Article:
Syria, who had to hold on for grim life in the end and survived several scares, had Abdulrazak Al Husein to thank for the unexpected victory, the midfielder bagging a brace - both off deflections. With Japan and Jordan drawing 1-1 earlier in the day, the unheralded Syrians top the Group B table after one of the biggest victories in their footballing history and celebrated afterwards like they had won the tournament.
"I didn't expect to win but I expected us to play well," said Syria's Romanian coach Tita Valeriu, who has only been in the job a few weeks. "It was a great game. I had only a very short time to coach the team but we used a formation that worked very well. That was the key."
Peseiro has faced heavy criticism after failing to steer his side to the 2010 FIFA World Cup™ and he has tetchy relations with the Saudi press. "We didn't deserve to lose, but we lost," said the Portuguese. "We are disappointed with the result, but not the spirit.
"In the second-half we showed good spirit. I don't want to talk about individuals because I'm the coach so it's my responsibility. Some of the players didn't play well but they put in maximum effort in the second-half. The performance was not very good, but it was not very bad."
Syria had marginally the better of the tense opening exchanges, midfielder Wael Ayan flashing the ball wide with a left-footed half-volley on three minutes that never troubled Saudi keeper Waleed Abdullah. That was the highlight of an unattractive opening spell at a three-quarters full Al-Rayyan Stadium.
The prolific Yasser Al Qahtani, the Saudi Arabian captain and their talisman, then had his first whiff of an opportunity, but he was snuffed out by some dogged Syrian defending inside the six-yard box. Nicknamed "the Sniper" for his pinpoint accuracy in front of goal, Al Qahtani had been a doubt for the game with a foot injury and he hardly looked fit.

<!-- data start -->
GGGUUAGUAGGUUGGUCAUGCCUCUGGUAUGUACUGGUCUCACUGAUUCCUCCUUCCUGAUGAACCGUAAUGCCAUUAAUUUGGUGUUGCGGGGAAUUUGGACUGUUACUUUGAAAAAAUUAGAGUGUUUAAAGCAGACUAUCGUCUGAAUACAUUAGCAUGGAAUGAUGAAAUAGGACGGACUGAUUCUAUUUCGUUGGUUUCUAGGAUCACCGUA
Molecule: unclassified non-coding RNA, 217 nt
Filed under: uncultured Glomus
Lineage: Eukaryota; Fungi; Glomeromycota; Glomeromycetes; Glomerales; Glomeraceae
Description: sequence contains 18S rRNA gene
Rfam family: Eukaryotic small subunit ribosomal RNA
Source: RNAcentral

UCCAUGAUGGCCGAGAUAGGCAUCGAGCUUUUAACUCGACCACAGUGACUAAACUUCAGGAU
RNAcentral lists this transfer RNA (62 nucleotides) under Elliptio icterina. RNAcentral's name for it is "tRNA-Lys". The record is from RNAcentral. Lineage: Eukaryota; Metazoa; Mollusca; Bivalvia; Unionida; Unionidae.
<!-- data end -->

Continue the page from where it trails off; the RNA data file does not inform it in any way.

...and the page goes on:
Ayan was always a willing outlet on the left for the Syrians, who entered the tournament after a shambolic preparation that saw Valeriu become their third coach in three months. But it was Saudi Arabia who should have taken the lead but Al Qahtani's strike partner Nassir Alshamrani slotted the ball wide when he ought to have done better. Roared on by vocal Syrian support, Mohamad Al Zino then brought a smart save out of Waleed with the Saudi keeper diving low to his right to palm the ball away.
On 38 minutes Syria took the lead. Saudi defender Osama Hawsawi could only clear the ball as far as Al Husein, who shot first time from just outside the box with the ball deflecting in off the head of Abdullah Shuhail.
Syria carried the momentum into the second-half, immediately putting their more highly-rated opponents on the backfoot. However, the Saudis then enjoyed a sustained period of possession and on the equaliser can on the hour - a moment of horror for Syrian keeper Mosab Balhous. His unconvincing punch from a corner was headed back towards goal by substitute Taiseer Al Jassam. It should have been a routine save, but the captain inexplicably flapped at the ball, letting it slip between his legs and into the net.
But the Saudis were level for just three minutes as Al Husein grabbed his second, the ball again going in off a Saudi defender after the midfielder followed up on a sloppy clearance.